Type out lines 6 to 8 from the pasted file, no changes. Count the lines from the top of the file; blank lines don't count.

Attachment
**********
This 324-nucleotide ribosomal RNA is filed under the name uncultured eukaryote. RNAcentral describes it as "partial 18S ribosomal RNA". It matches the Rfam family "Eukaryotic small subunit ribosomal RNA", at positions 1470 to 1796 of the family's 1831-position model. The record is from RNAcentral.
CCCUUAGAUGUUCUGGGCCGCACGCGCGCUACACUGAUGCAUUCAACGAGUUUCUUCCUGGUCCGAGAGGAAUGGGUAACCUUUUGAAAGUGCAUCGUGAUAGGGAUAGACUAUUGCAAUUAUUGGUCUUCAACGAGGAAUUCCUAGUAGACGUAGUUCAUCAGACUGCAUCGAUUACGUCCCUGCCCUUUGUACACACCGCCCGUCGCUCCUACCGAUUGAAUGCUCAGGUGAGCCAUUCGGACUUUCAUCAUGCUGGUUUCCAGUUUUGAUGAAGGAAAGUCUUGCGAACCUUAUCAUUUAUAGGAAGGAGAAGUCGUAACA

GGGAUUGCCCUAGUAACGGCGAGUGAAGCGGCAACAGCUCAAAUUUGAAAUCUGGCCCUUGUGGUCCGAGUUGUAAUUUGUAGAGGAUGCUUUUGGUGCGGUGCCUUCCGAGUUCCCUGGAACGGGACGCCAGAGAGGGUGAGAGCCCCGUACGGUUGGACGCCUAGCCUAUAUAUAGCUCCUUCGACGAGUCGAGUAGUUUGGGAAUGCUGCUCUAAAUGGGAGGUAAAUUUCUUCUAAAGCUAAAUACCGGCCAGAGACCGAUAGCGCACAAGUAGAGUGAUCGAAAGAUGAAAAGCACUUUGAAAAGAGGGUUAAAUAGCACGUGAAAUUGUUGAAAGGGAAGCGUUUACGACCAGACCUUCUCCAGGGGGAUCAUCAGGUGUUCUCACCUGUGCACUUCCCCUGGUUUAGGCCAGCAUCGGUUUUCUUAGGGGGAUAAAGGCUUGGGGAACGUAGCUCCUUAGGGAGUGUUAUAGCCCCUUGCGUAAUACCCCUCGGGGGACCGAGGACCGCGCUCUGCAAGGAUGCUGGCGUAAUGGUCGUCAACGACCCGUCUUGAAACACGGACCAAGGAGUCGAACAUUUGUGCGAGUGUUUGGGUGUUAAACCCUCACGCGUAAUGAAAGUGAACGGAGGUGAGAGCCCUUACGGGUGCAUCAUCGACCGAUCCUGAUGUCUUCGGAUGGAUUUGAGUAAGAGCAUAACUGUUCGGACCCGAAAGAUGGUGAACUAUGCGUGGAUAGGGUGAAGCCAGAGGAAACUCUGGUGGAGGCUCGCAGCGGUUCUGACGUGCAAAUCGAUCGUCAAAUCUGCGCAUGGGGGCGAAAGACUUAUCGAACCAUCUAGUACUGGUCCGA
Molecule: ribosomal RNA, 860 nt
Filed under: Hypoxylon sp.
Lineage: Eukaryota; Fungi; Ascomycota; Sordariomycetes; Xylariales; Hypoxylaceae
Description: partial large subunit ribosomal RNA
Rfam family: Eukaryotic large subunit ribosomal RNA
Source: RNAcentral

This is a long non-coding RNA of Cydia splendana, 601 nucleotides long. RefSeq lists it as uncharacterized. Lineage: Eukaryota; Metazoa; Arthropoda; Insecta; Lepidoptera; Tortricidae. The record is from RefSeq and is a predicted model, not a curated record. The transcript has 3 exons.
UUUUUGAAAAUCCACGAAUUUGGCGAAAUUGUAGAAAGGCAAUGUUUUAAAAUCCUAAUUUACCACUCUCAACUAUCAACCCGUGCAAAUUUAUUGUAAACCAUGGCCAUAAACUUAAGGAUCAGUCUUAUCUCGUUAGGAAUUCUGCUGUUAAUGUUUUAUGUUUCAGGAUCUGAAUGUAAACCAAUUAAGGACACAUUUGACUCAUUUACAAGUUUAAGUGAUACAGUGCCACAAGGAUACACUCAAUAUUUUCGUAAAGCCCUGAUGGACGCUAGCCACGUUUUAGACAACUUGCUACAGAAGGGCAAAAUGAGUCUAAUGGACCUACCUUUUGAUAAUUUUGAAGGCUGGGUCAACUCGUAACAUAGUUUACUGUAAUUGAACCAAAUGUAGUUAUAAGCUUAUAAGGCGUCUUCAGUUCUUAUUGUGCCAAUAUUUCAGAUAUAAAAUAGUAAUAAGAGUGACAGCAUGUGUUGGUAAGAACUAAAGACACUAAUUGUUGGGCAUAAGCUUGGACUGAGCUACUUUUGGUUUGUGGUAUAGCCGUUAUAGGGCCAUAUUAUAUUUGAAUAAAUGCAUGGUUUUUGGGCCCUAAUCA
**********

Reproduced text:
Lineage: Eukaryota; Fungi; Ascomycota; Sordariomycetes; Xylariales; Hypoxylaceae
Description: partial large subunit ribosomal RNA
Rfam family: Eukaryotic large subunit ribosomal RNA